The influence of land use patterns on diversity and abundance of rodents in Gachoka division of Mbeere district, Kenya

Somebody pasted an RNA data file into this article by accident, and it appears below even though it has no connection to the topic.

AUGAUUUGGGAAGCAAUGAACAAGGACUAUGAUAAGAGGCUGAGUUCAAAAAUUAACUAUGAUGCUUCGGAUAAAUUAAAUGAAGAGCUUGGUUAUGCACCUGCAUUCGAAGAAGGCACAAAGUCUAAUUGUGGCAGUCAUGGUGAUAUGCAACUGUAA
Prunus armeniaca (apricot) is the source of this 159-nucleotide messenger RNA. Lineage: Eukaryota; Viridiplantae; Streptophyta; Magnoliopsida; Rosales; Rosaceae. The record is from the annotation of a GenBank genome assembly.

Abstract This study was conducted in Gachoka division of Mbeere district Kenya, between the months of September and December 2001. The aim of the study was to establish how patterns of land use influences the diversity, distribution and abundance of small mammals in various habitats types under varying human influence and assess which of the measured habitat parameters strongly influence diversity of rodents, information which is hitherto not well documented in Gachoka division of Mbeere district. The study also sought to determine how land use practice influences habitat conditions with a view of identifying possible indicator species for the site. Various habitat factors, such as plant species composition, percentage vegetation cover, plant density and diversity, burrows, and mounds, all of which influence diversity, distrib~tion and abundance of small mammals were determined in various land use types in the semi-arid region of Mbeere district. Data on rodent abundance was collected through rodent captures on square grids of 64 live traps, set out over an area of 70m ~7E)m in four land use types, namely cultivated, grazing, fallow and bushy sites. All rodents sampled were identified to species level. Data on vegetation parameters was obtained through a habitat survey conducted using transects. The number and composition of woody plant species, number of burrows and mounds were estimated in each transect. Grass species composition, percentage cover and soil depth were measured in 1m by 1m quadrants placed at 10 meter intervals along the transect line. The area sampled for habitat parameters corresponded with trapping points of small mammals. A total of 213 specimens comprising of five species of Murids were recorded. Three species, Lemniscomys barbarus (Linnaeus), Otomys thomasi (Thomas) and Acomys percivali (Dollman) were the most abundant with percentage abundance values of 35.6%, 35.2% and 16.4% of total captures. Burrows were found to occur with greater incidence near the edges of cultivated areas while in uncultivated (fallow and bushy grassland) sites burrows were situated under trees and shrubs alongside mounds. Mounds distribution was associated with distribution of woody plants. However, no relationship between mounds or burrows to particular plant species was observed although both tended to occur less frequently under trees than shrubs. Unlike burrows, vegetation cover was correlated with abundance of rodent species. Bushy grassland and fallow sites provided greater diversity of plant (H' = 1.20; 1.21) and small mammal species (H' = 0.5; 0.7) resp,ectively, compared to cultivated and grazed lands. Abundance of Lemniscomys barbarus and Acomys percivali was found to be greatest in uncultivated (bushy and fallow) sites, while Otomys thomasi was dominant in cultivated and grazing sites. The fallow land, which is considered intermediate between cultivated and bushy sites (based on the measured habitat £.'lra~eters), had the highest diversity of trees/shrubs (H' =•1.21), grass (H' = 1.08) and small mammal species (H' = 0.7). This site hosted all of the five species of rodents in varying proportions. This study demonstrates that non-opportunistic small mammal species like Arvicanthis niloticus was restricted to natural bushy environment, and therefore requires persistence such habitats to survive. Bush clearing in this area therefore jeopardizes the future survival of the species. The rodent species composition in Mbeere was nevertheless found to be comparable to that of other semi-arid areas in East, Central and part of Southern Africa, 15° Nand S of equator.